This demonstrates how businesses that have truly succeeded at moving to a data-driven model have done so by integrating data and analytics across their operations.

“Firstly, they have to embrace the notion that access to analytics has to be across the entire business; they've got to be able to recognize that the knowledge worker, who previously might only have been able to work in manual software like Excel, needs to be enabled to use technology … and be able to derive value from data and deliver the output of a data scientist. We call them citizen data scientists,” Anderson says.

He illustrates this further with another point: “You’re not going to teach a data scientist to be a really good accountant – but you can take an accountant who has subject matter expertise in finance and tax and provide them with a simple-to-use tool … and teach the accountant to become more data proficient in their role as an accountant.”

Generating value

For many companies, another key focus should be on removing the “data silo” approach to data culture. This often involves individual business units developing insights and competencies that simply aren't shared across the company, drastically limiting their potential to generate growth.

With companies that are further along the road to fully unlocking the value of data, this – together with the processes around creating data-literate cultures outlined above – can lead to some fairly dramatic organizational changes and restructuring.

“If you think about the typical enterprise, the construct hasn’t changed much in 50 years”, Anderson says.

“You have HR, supply chains, marketing, sales, IT, infosec … however, if you listen to the big consulting firms … they are advocating for a change … instead of having massive HR, massive marketing, take that veneer of data workers and make it a larger band, that have expertise in HR, marketing … and then really invest in the kind of organizational infrastructure that allows this work to be automated.”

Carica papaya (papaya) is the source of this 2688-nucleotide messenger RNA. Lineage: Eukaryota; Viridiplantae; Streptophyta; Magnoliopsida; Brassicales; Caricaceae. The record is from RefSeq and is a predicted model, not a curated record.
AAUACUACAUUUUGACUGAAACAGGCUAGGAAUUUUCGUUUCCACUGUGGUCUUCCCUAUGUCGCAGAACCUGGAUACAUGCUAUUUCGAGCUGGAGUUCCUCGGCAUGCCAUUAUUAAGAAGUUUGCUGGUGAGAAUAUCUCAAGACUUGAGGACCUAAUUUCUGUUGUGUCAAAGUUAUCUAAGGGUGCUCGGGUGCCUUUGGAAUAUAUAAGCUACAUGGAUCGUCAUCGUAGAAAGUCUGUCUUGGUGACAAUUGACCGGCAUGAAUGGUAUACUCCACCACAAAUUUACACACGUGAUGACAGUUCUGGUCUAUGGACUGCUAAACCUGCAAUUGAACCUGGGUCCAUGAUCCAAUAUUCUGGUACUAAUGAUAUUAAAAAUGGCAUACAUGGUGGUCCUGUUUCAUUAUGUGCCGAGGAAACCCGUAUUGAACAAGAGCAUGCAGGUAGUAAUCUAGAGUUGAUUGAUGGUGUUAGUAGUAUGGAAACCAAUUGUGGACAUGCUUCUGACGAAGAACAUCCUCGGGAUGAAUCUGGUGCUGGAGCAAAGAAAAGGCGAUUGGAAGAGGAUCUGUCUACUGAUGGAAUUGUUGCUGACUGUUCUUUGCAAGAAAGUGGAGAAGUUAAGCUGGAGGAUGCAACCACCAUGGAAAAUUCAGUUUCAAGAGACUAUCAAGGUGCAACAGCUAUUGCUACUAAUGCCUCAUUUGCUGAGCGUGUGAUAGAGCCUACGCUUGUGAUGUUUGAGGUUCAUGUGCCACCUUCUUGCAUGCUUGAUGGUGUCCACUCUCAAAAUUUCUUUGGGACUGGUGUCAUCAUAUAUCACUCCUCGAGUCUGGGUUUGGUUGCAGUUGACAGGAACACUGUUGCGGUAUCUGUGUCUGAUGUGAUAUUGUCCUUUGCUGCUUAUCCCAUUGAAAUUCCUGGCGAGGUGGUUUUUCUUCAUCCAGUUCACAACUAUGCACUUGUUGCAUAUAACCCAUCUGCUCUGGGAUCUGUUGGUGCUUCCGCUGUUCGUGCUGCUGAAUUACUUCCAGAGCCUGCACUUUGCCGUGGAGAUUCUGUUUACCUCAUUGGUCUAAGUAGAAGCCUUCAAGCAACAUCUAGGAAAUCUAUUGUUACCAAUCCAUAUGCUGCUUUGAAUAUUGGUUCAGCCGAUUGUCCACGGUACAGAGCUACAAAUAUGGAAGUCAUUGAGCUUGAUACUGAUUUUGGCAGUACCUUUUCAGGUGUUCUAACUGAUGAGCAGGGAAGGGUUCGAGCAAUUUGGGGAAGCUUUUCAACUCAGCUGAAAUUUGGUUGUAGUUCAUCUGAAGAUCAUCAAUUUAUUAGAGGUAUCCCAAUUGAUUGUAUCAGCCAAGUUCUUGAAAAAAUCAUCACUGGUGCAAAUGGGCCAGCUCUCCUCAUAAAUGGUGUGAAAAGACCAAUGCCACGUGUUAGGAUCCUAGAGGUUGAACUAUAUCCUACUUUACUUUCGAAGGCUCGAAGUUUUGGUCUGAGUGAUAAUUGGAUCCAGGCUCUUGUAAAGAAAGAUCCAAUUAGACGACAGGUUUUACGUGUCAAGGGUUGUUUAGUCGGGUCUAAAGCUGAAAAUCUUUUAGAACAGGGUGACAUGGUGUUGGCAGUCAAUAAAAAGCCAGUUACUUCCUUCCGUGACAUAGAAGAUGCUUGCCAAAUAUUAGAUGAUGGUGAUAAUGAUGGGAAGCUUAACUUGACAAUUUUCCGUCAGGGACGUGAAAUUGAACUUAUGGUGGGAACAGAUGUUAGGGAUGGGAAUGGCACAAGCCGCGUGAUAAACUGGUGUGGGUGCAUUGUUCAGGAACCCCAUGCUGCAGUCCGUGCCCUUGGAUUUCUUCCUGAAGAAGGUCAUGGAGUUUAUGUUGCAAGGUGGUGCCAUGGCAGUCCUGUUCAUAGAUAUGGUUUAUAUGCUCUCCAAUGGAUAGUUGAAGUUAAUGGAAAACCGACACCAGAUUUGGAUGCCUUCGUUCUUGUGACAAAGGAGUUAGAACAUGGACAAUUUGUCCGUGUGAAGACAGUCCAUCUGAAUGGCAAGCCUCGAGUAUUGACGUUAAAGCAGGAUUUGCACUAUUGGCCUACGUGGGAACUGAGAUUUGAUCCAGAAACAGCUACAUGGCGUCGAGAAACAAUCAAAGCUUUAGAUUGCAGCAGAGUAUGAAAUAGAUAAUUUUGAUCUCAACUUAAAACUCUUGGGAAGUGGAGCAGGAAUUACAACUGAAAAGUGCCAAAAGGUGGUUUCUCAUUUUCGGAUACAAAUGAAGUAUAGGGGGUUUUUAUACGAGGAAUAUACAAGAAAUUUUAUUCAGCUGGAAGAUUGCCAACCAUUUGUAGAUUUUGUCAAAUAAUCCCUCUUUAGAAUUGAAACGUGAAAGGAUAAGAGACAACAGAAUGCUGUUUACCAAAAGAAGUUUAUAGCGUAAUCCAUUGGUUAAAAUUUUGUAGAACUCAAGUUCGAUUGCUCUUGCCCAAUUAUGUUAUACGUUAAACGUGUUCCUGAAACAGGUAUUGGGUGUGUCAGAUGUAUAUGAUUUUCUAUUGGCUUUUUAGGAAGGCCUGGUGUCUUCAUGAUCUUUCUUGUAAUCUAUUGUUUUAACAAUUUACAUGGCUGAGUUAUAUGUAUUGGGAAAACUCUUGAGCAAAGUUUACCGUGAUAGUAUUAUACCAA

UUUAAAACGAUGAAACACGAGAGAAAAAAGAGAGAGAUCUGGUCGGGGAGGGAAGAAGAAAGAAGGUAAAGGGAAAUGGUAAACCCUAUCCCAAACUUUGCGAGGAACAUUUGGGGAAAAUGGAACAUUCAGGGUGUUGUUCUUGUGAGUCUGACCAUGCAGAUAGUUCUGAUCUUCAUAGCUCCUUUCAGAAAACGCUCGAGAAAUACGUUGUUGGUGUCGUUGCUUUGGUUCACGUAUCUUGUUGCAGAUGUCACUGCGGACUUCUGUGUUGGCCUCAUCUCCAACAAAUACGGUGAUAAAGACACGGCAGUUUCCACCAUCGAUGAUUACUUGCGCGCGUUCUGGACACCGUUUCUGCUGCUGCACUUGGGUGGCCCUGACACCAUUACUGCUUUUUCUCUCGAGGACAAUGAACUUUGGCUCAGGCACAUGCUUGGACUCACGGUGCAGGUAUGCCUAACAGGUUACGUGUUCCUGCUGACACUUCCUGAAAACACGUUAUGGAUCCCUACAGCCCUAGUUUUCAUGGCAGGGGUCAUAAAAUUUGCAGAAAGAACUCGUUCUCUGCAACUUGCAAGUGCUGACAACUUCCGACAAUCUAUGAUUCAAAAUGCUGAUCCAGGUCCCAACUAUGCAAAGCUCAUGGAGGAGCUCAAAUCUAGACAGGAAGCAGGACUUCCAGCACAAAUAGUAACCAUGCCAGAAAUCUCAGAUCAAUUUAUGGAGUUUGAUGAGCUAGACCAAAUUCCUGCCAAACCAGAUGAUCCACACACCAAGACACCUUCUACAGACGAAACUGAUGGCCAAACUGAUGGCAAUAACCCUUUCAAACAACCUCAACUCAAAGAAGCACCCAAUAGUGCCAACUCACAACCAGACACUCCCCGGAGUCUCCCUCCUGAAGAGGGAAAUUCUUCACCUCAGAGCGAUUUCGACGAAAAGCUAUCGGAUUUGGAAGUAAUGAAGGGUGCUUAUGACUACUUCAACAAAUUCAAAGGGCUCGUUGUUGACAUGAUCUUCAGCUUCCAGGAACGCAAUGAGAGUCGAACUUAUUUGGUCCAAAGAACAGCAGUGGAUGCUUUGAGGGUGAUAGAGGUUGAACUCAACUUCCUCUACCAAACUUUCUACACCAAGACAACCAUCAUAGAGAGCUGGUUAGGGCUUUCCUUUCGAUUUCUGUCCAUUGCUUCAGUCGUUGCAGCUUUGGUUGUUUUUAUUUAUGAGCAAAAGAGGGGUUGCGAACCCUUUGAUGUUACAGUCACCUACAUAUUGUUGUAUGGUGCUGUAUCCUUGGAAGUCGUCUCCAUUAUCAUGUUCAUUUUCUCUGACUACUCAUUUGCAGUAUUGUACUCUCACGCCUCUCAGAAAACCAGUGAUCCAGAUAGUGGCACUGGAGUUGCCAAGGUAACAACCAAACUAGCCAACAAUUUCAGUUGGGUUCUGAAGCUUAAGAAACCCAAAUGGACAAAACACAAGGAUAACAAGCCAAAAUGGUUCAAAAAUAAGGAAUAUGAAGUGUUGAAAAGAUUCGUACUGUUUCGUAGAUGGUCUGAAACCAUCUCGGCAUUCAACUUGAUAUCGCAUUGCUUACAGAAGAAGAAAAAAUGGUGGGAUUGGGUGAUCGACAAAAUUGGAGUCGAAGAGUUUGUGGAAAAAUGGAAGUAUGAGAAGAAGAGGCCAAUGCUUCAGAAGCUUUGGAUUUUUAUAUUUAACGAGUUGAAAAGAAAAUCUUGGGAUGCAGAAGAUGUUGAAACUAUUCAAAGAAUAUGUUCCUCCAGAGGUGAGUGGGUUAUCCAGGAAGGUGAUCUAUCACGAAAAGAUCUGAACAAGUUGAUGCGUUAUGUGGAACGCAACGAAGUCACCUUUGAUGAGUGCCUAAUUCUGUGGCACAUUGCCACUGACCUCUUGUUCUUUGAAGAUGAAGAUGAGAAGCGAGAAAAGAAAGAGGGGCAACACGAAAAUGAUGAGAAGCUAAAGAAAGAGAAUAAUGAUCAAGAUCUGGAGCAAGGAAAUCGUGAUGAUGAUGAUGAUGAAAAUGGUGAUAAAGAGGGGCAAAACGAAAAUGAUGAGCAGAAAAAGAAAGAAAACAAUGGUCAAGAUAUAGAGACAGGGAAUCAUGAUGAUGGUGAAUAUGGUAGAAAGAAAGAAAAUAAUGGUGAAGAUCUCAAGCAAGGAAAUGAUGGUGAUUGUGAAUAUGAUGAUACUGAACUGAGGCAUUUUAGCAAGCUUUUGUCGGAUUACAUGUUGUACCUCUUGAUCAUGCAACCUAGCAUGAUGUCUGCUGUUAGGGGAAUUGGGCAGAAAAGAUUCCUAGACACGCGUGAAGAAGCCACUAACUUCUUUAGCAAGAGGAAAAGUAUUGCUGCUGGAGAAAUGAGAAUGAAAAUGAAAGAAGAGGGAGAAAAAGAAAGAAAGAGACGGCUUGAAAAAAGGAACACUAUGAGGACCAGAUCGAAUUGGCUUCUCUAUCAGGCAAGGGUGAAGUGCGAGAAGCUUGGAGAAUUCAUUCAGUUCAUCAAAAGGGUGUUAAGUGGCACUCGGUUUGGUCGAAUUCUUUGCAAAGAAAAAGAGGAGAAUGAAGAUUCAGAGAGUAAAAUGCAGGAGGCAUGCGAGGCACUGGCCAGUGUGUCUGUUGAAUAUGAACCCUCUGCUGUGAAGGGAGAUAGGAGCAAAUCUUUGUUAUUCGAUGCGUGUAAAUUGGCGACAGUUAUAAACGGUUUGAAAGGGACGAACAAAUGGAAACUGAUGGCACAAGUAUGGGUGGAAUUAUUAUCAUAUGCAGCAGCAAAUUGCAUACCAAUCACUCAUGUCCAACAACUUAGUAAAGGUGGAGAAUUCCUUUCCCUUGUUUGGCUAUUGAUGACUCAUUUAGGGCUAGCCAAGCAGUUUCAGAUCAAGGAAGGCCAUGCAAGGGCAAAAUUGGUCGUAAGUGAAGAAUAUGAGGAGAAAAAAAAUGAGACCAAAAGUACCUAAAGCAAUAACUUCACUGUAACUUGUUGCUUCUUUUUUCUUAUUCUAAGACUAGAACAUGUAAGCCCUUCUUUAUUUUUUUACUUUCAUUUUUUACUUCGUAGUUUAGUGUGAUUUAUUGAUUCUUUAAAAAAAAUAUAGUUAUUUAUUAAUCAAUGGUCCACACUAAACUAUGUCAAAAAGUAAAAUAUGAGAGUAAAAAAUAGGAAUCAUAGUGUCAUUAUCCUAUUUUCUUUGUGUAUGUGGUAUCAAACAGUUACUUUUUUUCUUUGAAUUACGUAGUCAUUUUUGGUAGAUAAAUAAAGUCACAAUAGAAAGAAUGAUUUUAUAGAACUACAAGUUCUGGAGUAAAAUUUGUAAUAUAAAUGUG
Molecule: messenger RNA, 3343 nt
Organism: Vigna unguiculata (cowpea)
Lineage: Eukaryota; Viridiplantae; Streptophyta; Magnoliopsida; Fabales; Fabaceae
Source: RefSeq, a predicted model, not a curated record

This is a big step, but organizations that manage to make the transformation are likely to find themselves aligned with the opportunities created by the sheer volume of data that’s available to businesses today, as well as the breakthrough technologies such as artificial intelligence and automation that are available.

It will also lead to happier and more fulfilled workforces, as workers spend less time on routine, manual work and more time exercising their creativity to come up with new solutions to customer problems.

As Anderson puts it, "The typical knowledge worker spends the majority of their time looking for data, pulling the data manually, putting it into software like Excel … I've heard customers call it 'soul-crushing.’

“You can flip that script and help people really become automated with the right software and the right training and really change the dynamic; they become much happier. Higher job satisfaction, lower turnover. They feel they are part of a movement that’s really delivering important output for their business.”